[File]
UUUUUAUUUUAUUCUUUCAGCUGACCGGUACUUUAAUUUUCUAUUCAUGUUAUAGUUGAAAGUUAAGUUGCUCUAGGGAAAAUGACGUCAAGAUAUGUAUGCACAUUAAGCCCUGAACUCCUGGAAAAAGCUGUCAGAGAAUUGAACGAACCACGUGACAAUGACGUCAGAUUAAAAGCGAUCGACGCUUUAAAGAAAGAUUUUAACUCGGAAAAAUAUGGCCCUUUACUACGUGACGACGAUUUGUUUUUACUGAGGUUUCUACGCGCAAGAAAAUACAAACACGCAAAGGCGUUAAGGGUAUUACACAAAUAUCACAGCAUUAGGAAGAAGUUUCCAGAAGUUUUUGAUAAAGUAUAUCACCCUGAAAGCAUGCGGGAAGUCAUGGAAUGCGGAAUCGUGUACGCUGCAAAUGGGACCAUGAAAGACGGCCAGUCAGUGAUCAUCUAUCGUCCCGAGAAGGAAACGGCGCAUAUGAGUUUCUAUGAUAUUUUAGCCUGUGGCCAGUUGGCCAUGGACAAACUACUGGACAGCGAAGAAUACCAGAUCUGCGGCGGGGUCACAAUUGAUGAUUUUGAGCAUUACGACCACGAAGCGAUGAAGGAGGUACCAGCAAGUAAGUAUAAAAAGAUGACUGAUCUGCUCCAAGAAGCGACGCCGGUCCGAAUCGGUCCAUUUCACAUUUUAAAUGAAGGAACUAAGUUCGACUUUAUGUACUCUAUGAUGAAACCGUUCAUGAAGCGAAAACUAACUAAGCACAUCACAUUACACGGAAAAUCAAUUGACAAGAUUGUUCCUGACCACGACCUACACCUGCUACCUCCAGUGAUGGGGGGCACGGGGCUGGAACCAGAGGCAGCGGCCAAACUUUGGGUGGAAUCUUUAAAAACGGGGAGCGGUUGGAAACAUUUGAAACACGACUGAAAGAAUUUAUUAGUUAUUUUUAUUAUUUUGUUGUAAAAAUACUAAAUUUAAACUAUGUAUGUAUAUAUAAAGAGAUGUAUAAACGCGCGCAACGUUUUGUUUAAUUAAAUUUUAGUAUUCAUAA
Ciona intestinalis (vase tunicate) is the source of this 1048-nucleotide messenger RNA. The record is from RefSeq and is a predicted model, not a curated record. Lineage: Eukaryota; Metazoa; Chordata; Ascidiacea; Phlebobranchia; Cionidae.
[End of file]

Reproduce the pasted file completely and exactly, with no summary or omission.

UUUUUAUUUUAUUCUUUCAGCUGACCGGUACUUUAAUUUUCUAUUCAUGUUAUAGUUGAAAGUUAAGUUGCUCUAGGGAAAAUGACGUCAAGAUAUGUAUGCACAUUAAGCCCUGAACUCCUGGAAAAAGCUGUCAGAGAAUUGAACGAACCACGUGACAAUGACGUCAGAUUAAAAGCGAUCGACGCUUUAAAGAAAGAUUUUAACUCGGAAAAAUAUGGCCCUUUACUACGUGACGACGAUUUGUUUUUACUGAGGUUUCUACGCGCAAGAAAAUACAAACACGCAAAGGCGUUAAGGGUAUUACACAAAUAUCACAGCAUUAGGAAGAAGUUUCCAGAAGUUUUUGAUAAAGUAUAUCACCCUGAAAGCAUGCGGGAAGUCAUGGAAUGCGGAAUCGUGUACGCUGCAAAUGGGACCAUGAAAGACGGCCAGUCAGUGAUCAUCUAUCGUCCCGAGAAGGAAACGGCGCAUAUGAGUUUCUAUGAUAUUUUAGCCUGUGGCCAGUUGGCCAUGGACAAACUACUGGACAGCGAAGAAUACCAGAUCUGCGGCGGGGUCACAAUUGAUGAUUUUGAGCAUUACGACCACGAAGCGAUGAAGGAGGUACCAGCAAGUAAGUAUAAAAAGAUGACUGAUCUGCUCCAAGAAGCGACGCCGGUCCGAAUCGGUCCAUUUCACAUUUUAAAUGAAGGAACUAAGUUCGACUUUAUGUACUCUAUGAUGAAACCGUUCAUGAAGCGAAAACUAACUAAGCACAUCACAUUACACGGAAAAUCAAUUGACAAGAUUGUUCCUGACCACGACCUACACCUGCUACCUCCAGUGAUGGGGGGCACGGGGCUGGAACCAGAGGCAGCGGCCAAACUUUGGGUGGAAUCUUUAAAAACGGGGAGCGGUUGGAAACAUUUGAAACACGACUGAAAGAAUUUAUUAGUUAUUUUUAUUAUUUUGUUGUAAAAAUACUAAAUUUAAACUAUGUAUGUAUAUAUAAAGAGAUGUAUAAACGCGCGCAACGUUUUGUUUAAUUAAAUUUUAGUAUUCAUAA
Ciona intestinalis (vase tunicate) is the source of this 1048-nucleotide messenger RNA. The record is from RefSeq and is a predicted model, not a curated record. Lineage: Eukaryota; Metazoa; Chordata; Ascidiacea; Phlebobranchia; Cionidae.